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"The helmsman steered, the ship moved on;
Yet never a breeze up blew;
The mariners all 'gan work the ropes,
Where they were wont to do;
They raised their limbs like lifeless tools —
We were a ghastly crew.
"The body of my brother's son
"I fear thee, ancient Mariner!"
"Be calm, thou Wedding-Guest!
'Twas not those souls that fled in pain,
Which to their corses came again,
But a troop of spirits blest:
For when it dawned—they dropped their arms,
And cluster'd round the mast;
Sweet sounds rose slowly through their mouths,
And from their bodies passed.
But not by the souls of the men, nor by demons of earth or middle air, but by a blessed troop of angelic spirits, sent down by the invocation of the guardian saint.
"Around, around, flew each sweet sound,
"Sometimes a-dropping from the sky
"And now 'twas like all instruments, Now like a lonely flute;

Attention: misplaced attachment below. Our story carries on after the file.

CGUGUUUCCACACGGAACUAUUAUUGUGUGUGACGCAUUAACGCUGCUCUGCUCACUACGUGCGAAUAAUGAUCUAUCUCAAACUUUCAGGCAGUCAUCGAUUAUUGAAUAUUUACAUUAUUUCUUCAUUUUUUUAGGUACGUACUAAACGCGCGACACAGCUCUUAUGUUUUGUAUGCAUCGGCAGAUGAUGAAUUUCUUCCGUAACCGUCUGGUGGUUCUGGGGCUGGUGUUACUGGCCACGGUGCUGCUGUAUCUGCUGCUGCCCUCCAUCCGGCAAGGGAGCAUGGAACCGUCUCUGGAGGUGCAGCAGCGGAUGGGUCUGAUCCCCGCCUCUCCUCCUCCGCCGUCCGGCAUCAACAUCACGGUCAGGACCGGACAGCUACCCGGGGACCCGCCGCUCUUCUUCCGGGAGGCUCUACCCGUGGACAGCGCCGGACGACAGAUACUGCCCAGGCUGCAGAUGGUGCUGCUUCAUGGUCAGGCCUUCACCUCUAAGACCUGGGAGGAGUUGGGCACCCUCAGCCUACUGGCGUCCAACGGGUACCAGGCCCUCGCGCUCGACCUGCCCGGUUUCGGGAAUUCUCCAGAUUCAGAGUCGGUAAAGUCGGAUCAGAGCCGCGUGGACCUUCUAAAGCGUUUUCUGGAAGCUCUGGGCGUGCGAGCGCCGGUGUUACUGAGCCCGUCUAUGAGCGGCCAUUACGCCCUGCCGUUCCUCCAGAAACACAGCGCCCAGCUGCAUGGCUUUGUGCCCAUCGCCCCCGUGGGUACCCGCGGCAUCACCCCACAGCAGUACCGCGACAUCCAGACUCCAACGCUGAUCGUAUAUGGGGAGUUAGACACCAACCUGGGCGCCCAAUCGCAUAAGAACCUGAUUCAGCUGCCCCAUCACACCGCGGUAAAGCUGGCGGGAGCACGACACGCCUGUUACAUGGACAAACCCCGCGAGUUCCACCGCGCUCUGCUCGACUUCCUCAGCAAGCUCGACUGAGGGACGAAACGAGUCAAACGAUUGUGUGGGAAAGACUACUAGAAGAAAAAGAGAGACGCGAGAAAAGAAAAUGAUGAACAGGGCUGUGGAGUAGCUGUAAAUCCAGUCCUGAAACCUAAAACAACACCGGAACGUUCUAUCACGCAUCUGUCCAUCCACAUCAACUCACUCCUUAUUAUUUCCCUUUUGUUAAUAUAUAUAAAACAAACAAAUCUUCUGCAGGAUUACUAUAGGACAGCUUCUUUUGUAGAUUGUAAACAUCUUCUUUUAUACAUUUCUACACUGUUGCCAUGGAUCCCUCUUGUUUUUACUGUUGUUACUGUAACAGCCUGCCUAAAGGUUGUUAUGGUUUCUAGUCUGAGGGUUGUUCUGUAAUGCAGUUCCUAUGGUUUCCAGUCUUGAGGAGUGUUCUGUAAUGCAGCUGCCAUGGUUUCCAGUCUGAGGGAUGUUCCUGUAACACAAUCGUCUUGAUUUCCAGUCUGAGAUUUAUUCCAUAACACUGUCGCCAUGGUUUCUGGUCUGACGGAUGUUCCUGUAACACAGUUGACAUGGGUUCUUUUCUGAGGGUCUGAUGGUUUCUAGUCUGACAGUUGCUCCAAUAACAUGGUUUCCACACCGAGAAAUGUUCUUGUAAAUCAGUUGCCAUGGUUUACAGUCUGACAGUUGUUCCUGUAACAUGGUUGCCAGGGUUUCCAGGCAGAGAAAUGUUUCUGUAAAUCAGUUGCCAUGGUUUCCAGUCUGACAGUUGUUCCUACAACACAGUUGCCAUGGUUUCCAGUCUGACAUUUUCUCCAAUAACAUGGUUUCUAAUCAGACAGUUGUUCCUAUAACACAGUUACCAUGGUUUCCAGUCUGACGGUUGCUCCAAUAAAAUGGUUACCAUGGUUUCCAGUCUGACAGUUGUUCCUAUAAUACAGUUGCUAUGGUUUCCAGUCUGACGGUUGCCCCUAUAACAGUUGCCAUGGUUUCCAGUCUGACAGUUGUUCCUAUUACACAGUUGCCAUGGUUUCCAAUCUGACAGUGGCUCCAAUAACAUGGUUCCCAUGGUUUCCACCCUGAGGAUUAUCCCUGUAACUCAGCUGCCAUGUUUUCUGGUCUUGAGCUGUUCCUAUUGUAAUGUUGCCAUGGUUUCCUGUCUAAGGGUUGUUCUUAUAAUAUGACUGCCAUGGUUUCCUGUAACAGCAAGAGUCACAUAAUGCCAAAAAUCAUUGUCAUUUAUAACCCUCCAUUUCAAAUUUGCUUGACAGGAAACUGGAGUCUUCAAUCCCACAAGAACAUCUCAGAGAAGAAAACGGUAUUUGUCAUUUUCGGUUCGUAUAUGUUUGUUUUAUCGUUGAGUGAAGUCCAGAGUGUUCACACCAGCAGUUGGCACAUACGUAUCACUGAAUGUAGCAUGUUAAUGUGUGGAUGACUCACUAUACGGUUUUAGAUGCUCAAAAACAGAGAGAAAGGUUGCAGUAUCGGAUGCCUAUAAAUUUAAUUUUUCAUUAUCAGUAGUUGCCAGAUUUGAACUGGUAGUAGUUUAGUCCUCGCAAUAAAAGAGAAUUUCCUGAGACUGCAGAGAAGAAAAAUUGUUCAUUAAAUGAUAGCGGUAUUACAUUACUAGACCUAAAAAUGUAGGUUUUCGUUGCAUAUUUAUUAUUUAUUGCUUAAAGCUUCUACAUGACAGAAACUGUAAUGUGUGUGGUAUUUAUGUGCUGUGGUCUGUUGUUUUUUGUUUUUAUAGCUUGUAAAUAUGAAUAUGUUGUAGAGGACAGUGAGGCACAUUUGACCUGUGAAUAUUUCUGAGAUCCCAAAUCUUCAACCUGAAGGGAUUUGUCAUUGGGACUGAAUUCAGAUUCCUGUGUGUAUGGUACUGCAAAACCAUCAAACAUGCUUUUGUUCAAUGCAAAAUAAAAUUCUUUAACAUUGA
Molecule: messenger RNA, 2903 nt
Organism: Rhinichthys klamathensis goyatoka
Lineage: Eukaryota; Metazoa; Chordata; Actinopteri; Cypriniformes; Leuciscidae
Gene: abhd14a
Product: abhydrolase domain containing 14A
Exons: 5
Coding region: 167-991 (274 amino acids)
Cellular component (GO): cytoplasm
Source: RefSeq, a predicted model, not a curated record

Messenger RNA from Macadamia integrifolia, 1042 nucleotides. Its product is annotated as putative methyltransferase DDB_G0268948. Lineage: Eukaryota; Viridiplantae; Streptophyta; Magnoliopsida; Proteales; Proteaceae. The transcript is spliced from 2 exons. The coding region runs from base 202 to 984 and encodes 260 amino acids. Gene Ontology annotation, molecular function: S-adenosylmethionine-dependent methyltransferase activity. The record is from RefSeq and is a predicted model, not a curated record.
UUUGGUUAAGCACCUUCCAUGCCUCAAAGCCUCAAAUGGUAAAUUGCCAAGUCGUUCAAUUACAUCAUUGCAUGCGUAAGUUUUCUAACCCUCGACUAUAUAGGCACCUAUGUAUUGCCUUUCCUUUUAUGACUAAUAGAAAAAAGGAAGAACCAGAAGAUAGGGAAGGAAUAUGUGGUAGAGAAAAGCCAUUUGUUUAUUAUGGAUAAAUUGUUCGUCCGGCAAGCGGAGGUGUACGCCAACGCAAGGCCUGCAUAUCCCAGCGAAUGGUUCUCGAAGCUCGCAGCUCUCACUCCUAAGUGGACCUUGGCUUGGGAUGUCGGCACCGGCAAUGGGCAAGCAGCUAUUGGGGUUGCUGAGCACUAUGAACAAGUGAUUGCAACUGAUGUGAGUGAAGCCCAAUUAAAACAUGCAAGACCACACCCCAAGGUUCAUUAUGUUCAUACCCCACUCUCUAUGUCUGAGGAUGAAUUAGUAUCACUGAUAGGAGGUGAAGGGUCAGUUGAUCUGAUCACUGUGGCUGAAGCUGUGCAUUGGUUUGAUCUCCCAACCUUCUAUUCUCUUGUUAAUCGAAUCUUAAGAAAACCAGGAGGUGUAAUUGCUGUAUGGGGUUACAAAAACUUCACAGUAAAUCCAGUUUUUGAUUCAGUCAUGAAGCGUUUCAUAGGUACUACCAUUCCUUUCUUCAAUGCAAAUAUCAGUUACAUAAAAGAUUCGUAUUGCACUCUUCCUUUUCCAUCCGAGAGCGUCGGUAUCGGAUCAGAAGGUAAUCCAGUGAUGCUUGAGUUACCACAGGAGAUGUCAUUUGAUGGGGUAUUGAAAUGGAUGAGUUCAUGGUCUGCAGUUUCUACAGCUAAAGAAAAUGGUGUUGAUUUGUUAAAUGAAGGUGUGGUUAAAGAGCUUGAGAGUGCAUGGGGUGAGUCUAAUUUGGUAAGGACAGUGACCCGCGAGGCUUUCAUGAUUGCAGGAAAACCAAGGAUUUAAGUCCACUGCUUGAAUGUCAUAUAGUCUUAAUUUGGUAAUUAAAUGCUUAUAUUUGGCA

And now it is an angel's song,
"It ceased; yet still the sails made on
A pleasant noise till noon,
A noise like of a hidden brook
In the leafy month of June,
That to the sleeping woods all night
Singeth a quiet tune.
"Till noon we quietly sailed on,
"Under the keel nine fathom deep, The lonesome
F i , | « r . spirit from the
rom the land or mist and snow, south-poie
The spirit slid: and it was he ^Г».ь.
That made the ship to go. line, in obedience
1 D to the angelic
The sails at noon left off their tune, troop, but still
Aii i • i Mi . requireth ven
And the ship stood still also. geance.
"The Sun, right up above the mast,
"Then like a pawing horse let go,